Who’s talking politics in Toronto? Women.

September 17th, 2015

by Lauren Simmons


In 2012, a group of women in Toronto noticed a problem. While #TOpoli was an exciting place to be online, with Twitter facilitating ample discussion about pertinent political issues, it was often the voices of male commentators that received the most traction, attention, and retweets. No one was amplifying the voices of women; there was a lack of space, both online and off, for women to feel safe and supported in talking about the issues that mattered to them.


A group of women, spearheaded by activist Steph Guthrie and calling ourselves Women in Toronto Politics (WiTOPoli), decided to change this landscape. Through a series of events in 2013 including panels with politicians, tweeters, and journalists, and workshops on giving deputations to City Council, we started meaningful conversations and called attention to issues that uniquely affect women. WiTOPoli built a social media presence centered on amplifying diverse voices—with just the right amount of sass.


In the lead-up to the 2014 municipal election, WiTOPoli undertook several projects aimed at engaging voters and raising civic awareness. We wrote a series of blog posts called “Ask Your Candidate,” which unpacked issues that voters might have questions about, and suggested some ways that voters could confront these with candidates on the campaign trail. We hosted a series of Twitter chats, #WhyWeRun and #ElxnSexism, which looked at some of the reasons women run for political office and the barriers they face in doing so. When Council candidates Munira Abukar and Idil Burale and trustee candidate Ausma Malik faced racist, misogynist, and Islamophobic attacks, we created #thecityiwant campaign to show our support and solidarity for all women candidates.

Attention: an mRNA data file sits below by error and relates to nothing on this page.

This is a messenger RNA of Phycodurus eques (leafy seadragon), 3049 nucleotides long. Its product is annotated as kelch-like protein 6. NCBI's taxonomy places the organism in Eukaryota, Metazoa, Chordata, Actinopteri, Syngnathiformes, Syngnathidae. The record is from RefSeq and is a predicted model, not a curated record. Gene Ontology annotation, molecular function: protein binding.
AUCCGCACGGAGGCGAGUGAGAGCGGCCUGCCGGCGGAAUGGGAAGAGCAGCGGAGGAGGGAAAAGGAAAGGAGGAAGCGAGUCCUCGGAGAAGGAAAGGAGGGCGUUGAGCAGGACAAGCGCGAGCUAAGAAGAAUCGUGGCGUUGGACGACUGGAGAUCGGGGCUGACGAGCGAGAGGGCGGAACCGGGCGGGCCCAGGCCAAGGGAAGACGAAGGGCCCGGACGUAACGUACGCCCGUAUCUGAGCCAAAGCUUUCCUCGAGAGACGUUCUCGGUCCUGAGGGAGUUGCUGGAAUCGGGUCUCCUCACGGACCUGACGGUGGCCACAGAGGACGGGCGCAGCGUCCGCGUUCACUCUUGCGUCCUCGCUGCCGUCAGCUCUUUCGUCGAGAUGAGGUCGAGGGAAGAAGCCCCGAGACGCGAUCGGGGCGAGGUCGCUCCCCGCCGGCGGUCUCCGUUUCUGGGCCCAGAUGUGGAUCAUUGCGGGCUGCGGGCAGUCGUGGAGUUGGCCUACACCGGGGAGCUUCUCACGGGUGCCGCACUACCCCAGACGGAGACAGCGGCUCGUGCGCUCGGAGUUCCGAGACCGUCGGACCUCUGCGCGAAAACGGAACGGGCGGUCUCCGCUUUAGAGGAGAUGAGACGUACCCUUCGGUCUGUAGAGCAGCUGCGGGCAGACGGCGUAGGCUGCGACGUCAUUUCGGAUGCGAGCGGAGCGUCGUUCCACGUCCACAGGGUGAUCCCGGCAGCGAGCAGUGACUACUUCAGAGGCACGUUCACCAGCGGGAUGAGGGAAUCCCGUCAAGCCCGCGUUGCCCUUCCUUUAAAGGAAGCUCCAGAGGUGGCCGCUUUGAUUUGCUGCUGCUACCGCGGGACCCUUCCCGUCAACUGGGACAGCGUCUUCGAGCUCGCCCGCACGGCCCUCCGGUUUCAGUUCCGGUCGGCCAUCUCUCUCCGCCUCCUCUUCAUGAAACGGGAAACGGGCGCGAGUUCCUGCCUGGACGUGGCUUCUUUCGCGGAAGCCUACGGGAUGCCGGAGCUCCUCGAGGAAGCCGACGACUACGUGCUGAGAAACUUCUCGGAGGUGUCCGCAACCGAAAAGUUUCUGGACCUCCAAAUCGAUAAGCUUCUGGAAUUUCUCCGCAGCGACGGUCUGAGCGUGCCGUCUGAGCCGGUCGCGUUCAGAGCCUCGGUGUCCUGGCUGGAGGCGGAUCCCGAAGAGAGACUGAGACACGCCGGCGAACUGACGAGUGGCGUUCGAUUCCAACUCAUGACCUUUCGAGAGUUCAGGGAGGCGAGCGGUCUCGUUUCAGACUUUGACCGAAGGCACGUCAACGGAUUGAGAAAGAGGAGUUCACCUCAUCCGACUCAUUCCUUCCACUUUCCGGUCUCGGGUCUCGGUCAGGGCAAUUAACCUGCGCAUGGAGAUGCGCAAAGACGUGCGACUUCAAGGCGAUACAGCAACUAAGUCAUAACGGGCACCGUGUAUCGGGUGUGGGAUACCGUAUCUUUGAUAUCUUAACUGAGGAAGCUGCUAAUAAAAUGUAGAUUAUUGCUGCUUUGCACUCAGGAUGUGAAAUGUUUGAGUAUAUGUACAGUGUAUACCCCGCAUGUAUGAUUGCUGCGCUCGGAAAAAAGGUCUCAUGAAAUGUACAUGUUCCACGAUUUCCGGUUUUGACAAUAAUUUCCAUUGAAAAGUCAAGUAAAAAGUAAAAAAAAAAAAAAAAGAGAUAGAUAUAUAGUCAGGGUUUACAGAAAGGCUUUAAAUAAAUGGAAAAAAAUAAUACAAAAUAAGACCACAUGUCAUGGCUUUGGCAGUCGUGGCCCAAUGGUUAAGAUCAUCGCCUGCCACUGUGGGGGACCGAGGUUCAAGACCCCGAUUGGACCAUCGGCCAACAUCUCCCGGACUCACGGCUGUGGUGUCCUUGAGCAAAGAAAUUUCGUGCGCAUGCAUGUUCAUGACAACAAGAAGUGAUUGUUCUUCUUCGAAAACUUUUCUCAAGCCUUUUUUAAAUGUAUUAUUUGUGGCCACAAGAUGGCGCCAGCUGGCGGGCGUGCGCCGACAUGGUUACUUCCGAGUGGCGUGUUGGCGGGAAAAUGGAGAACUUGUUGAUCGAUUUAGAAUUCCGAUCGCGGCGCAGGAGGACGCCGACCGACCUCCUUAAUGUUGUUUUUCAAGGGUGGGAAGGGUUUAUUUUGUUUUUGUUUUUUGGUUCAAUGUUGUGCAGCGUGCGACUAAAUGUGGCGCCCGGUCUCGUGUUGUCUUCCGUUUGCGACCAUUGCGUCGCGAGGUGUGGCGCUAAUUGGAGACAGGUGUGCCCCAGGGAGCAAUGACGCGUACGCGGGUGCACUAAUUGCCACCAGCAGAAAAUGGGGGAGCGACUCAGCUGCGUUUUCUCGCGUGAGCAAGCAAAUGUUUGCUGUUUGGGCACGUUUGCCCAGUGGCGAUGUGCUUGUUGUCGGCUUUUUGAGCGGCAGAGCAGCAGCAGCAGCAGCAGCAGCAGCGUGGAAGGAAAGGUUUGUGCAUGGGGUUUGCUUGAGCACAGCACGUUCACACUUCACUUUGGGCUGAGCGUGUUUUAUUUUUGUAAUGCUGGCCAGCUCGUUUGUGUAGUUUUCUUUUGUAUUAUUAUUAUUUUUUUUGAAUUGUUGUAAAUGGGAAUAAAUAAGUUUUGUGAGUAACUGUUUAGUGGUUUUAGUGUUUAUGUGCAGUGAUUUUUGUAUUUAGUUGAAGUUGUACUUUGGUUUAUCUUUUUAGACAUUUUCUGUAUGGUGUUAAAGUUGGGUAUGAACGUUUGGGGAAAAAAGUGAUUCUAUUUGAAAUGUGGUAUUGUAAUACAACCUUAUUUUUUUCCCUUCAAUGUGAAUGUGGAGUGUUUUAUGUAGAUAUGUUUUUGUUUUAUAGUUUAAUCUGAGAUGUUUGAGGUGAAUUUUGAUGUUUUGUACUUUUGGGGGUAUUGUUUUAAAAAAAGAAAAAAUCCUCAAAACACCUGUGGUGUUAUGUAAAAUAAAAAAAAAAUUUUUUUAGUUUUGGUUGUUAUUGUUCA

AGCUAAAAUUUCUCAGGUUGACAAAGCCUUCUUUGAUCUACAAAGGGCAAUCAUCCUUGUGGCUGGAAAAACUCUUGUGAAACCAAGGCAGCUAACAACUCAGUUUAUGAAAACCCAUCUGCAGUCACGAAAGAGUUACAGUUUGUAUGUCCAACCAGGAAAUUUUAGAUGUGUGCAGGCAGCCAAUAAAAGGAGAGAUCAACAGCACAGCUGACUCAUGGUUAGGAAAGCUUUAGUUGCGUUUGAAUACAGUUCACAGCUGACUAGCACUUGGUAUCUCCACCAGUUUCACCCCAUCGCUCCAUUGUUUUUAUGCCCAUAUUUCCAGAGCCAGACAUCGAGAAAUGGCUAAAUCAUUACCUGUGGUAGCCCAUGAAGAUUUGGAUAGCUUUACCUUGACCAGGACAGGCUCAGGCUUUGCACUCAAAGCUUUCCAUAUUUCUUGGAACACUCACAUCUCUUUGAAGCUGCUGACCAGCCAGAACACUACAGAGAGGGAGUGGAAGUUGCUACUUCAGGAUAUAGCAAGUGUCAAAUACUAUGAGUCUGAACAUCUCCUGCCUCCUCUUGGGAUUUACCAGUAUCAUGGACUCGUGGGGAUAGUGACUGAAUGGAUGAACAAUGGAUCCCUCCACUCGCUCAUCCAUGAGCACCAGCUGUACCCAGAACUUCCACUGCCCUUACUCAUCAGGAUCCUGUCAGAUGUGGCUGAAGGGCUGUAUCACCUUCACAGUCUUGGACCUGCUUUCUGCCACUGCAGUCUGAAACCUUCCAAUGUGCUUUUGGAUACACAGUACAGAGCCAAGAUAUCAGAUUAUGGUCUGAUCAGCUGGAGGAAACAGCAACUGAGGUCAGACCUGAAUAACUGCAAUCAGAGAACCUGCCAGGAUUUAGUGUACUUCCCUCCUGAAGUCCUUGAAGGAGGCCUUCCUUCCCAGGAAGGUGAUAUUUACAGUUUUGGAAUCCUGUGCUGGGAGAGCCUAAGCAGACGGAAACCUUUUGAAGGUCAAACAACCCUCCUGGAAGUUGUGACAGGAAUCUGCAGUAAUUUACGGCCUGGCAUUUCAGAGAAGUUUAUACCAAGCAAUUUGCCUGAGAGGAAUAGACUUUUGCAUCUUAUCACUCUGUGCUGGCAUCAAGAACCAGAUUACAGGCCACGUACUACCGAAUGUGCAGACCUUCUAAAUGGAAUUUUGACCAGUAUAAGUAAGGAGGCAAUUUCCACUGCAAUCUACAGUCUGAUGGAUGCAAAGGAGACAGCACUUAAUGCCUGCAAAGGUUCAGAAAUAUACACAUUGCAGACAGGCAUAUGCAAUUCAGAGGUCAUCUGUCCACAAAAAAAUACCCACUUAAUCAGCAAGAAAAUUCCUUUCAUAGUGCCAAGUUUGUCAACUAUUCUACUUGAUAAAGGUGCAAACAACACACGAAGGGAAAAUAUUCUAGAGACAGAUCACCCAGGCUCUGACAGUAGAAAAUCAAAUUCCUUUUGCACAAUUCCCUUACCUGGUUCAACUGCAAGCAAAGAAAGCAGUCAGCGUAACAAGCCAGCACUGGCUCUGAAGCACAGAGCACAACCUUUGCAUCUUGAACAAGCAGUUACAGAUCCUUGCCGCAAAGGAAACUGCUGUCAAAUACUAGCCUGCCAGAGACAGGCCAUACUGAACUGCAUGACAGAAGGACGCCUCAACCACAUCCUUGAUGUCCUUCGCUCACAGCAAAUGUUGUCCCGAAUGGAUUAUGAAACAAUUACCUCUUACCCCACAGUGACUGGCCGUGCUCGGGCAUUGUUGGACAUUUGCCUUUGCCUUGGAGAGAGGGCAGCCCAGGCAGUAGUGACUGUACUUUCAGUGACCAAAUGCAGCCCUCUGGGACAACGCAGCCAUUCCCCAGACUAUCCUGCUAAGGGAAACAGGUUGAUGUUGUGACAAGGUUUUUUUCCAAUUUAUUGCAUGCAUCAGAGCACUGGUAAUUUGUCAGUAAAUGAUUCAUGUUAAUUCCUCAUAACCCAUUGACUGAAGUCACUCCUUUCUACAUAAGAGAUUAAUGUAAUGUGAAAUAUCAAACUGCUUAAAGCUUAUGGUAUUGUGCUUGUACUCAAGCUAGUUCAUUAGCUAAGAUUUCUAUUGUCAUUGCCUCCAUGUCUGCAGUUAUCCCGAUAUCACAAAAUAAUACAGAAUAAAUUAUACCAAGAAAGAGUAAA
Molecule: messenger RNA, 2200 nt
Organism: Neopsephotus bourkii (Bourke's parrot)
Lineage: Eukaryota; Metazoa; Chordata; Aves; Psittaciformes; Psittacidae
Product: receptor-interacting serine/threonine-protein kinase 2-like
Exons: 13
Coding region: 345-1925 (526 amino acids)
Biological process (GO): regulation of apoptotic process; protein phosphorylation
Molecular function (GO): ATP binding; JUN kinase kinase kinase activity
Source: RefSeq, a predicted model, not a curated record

Perhaps most importantly, in summer 2014 we conceived, funded, and built the Position Primer—a one-stop website where voters could input their postal codes, and see a side-by-side comparison of the positions of the candidates in their wards on a number of issues. We received a significant amount of media attention, and exceeded our crowdfunder goal for the project in half the time we anticipated.


In the post-election political landscape, we’ve refined the organization’s goals and built a team that can lead us toward them. In the spring of 2015, we launched a search for new team leaders, and we announced our new operations team this summer. WiTOPoli has been spending time shaping our new mission, vision, and values, and we have a number of plans for the fall including a series of blog posts leading up to the federal election, and hosting events that continue to reach out to diverse populations and talk about the issues that matter to them.


Three years on, it’s clear that the conversation has shifted, but in some ways, it’s only just begun. WiTOPoli aims to continue to shape civic discourse in a way that includes, enlightens, and empowers all Torontonians.


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